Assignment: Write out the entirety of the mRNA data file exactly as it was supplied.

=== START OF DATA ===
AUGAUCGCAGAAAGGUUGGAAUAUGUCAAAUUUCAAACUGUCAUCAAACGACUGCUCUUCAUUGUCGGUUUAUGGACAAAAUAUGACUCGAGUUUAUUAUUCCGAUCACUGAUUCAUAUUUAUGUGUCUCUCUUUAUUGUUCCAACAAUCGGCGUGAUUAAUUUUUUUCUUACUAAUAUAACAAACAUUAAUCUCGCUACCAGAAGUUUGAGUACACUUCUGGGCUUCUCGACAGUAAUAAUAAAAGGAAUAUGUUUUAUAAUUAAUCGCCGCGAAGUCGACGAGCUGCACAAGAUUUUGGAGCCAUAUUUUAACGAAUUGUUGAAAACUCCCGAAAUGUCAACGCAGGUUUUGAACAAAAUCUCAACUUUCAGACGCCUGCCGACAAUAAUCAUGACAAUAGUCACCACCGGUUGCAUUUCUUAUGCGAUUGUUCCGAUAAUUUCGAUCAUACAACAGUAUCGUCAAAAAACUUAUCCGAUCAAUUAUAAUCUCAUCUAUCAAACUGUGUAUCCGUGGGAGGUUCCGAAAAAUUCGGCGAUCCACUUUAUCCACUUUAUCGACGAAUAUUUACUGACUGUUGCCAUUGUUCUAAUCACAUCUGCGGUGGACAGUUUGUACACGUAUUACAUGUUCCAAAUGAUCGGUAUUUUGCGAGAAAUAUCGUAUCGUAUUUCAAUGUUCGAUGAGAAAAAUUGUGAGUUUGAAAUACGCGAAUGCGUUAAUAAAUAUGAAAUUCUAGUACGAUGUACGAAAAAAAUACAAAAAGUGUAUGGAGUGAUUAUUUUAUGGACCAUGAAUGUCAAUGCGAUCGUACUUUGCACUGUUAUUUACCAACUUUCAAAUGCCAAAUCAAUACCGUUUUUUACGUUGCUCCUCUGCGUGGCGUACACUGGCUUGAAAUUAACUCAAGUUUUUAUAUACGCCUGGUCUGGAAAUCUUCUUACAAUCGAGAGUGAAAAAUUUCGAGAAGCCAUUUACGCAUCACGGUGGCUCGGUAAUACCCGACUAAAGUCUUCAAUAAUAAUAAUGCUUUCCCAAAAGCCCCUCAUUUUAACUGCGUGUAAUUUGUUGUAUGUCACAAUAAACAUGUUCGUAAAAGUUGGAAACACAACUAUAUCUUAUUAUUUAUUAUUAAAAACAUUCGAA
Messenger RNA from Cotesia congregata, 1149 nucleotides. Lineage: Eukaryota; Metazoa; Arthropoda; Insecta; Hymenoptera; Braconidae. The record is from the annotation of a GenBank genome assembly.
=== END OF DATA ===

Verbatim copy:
AUGAUCGCAGAAAGGUUGGAAUAUGUCAAAUUUCAAACUGUCAUCAAACGACUGCUCUUCAUUGUCGGUUUAUGGACAAAAUAUGACUCGAGUUUAUUAUUCCGAUCACUGAUUCAUAUUUAUGUGUCUCUCUUUAUUGUUCCAACAAUCGGCGUGAUUAAUUUUUUUCUUACUAAUAUAACAAACAUUAAUCUCGCUACCAGAAGUUUGAGUACACUUCUGGGCUUCUCGACAGUAAUAAUAAAAGGAAUAUGUUUUAUAAUUAAUCGCCGCGAAGUCGACGAGCUGCACAAGAUUUUGGAGCCAUAUUUUAACGAAUUGUUGAAAACUCCCGAAAUGUCAACGCAGGUUUUGAACAAAAUCUCAACUUUCAGACGCCUGCCGACAAUAAUCAUGACAAUAGUCACCACCGGUUGCAUUUCUUAUGCGAUUGUUCCGAUAAUUUCGAUCAUACAACAGUAUCGUCAAAAAACUUAUCCGAUCAAUUAUAAUCUCAUCUAUCAAACUGUGUAUCCGUGGGAGGUUCCGAAAAAUUCGGCGAUCCACUUUAUCCACUUUAUCGACGAAUAUUUACUGACUGUUGCCAUUGUUCUAAUCACAUCUGCGGUGGACAGUUUGUACACGUAUUACAUGUUCCAAAUGAUCGGUAUUUUGCGAGAAAUAUCGUAUCGUAUUUCAAUGUUCGAUGAGAAAAAUUGUGAGUUUGAAAUACGCGAAUGCGUUAAUAAAUAUGAAAUUCUAGUACGAUGUACGAAAAAAAUACAAAAAGUGUAUGGAGUGAUUAUUUUAUGGACCAUGAAUGUCAAUGCGAUCGUACUUUGCACUGUUAUUUACCAACUUUCAAAUGCCAAAUCAAUACCGUUUUUUACGUUGCUCCUCUGCGUGGCGUACACUGGCUUGAAAUUAACUCAAGUUUUUAUAUACGCCUGGUCUGGAAAUCUUCUUACAAUCGAGAGUGAAAAAUUUCGAGAAGCCAUUUACGCAUCACGGUGGCUCGGUAAUACCCGACUAAAGUCUUCAAUAAUAAUAAUGCUUUCCCAAAAGCCCCUCAUUUUAACUGCGUGUAAUUUGUUGUAUGUCACAAUAAACAUGUUCGUAAAAGUUGGAAACACAACUAUAUCUUAUUAUUUAUUAUUAAAAACAUUCGAA
Messenger RNA from Cotesia congregata, 1149 nucleotides. Lineage: Eukaryota; Metazoa; Arthropoda; Insecta; Hymenoptera; Braconidae. The record is from the annotation of a GenBank genome assembly.